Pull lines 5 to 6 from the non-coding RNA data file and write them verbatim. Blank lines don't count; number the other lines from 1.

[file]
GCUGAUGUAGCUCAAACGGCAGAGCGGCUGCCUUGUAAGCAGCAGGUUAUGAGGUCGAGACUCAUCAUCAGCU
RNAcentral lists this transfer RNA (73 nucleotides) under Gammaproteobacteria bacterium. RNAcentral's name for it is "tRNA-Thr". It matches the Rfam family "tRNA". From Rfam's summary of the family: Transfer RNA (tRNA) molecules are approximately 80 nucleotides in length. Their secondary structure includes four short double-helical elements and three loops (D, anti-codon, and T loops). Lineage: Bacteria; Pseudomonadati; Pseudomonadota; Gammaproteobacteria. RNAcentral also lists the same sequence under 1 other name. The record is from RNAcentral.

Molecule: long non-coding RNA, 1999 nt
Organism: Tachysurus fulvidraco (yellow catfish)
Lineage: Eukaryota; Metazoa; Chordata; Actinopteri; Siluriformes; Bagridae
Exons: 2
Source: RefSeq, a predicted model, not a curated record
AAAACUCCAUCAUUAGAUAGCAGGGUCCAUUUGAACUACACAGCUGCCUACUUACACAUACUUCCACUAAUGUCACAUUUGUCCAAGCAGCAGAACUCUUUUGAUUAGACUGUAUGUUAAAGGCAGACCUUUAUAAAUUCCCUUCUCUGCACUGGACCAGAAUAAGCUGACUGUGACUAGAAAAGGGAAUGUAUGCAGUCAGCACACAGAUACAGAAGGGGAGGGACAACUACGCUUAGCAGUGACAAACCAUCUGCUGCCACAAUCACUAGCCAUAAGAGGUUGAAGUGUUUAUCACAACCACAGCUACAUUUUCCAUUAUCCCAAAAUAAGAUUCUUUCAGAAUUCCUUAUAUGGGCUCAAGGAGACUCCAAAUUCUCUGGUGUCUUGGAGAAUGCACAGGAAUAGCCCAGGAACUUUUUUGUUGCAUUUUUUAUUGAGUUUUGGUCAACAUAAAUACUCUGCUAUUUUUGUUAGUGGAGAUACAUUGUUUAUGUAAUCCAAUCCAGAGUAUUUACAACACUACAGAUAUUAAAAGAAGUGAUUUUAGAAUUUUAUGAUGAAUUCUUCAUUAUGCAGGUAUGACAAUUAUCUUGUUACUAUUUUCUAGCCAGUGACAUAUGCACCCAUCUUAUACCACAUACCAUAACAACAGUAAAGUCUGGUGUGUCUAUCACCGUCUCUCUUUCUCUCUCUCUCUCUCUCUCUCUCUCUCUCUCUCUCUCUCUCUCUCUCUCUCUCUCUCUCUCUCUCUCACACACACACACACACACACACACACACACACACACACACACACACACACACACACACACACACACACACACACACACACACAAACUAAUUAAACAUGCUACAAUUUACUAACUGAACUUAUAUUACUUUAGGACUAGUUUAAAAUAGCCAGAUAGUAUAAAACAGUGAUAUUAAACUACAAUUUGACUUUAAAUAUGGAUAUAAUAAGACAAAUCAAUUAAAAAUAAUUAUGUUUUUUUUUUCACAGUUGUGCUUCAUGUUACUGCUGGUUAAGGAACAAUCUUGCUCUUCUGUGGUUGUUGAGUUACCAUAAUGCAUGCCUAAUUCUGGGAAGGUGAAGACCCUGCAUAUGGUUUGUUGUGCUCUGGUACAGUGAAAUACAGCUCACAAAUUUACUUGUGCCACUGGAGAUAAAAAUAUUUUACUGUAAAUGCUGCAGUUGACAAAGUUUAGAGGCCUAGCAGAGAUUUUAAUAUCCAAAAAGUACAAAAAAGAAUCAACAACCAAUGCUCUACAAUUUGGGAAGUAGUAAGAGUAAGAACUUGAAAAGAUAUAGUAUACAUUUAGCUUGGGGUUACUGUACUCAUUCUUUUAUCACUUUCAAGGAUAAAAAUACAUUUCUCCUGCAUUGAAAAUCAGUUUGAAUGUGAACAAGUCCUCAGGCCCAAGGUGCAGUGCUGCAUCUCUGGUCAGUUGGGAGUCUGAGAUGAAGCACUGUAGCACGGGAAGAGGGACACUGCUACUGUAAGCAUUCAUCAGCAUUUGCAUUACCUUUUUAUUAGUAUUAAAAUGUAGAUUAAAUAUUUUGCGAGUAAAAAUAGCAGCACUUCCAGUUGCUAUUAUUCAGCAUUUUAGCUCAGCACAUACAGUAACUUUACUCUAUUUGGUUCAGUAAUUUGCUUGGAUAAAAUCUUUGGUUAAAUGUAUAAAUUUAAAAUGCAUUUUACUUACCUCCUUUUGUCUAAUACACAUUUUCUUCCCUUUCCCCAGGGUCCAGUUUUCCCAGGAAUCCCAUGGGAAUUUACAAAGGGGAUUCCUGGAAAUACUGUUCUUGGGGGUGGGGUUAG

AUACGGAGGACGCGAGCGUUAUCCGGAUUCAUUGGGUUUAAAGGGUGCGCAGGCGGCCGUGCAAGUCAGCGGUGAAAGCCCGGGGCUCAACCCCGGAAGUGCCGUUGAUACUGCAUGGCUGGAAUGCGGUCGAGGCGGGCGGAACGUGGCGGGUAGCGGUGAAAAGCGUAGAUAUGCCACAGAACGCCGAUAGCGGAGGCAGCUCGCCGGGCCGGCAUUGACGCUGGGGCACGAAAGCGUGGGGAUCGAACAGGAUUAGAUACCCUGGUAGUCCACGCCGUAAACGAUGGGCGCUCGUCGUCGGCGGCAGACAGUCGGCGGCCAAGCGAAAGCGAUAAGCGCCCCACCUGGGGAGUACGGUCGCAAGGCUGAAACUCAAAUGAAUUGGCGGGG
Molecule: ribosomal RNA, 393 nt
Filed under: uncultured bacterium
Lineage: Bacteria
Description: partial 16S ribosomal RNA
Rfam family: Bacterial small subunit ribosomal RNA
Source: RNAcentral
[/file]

Lineage: Eukaryota; Metazoa; Chordata; Actinopteri; Siluriformes; Bagridae
Exons: 2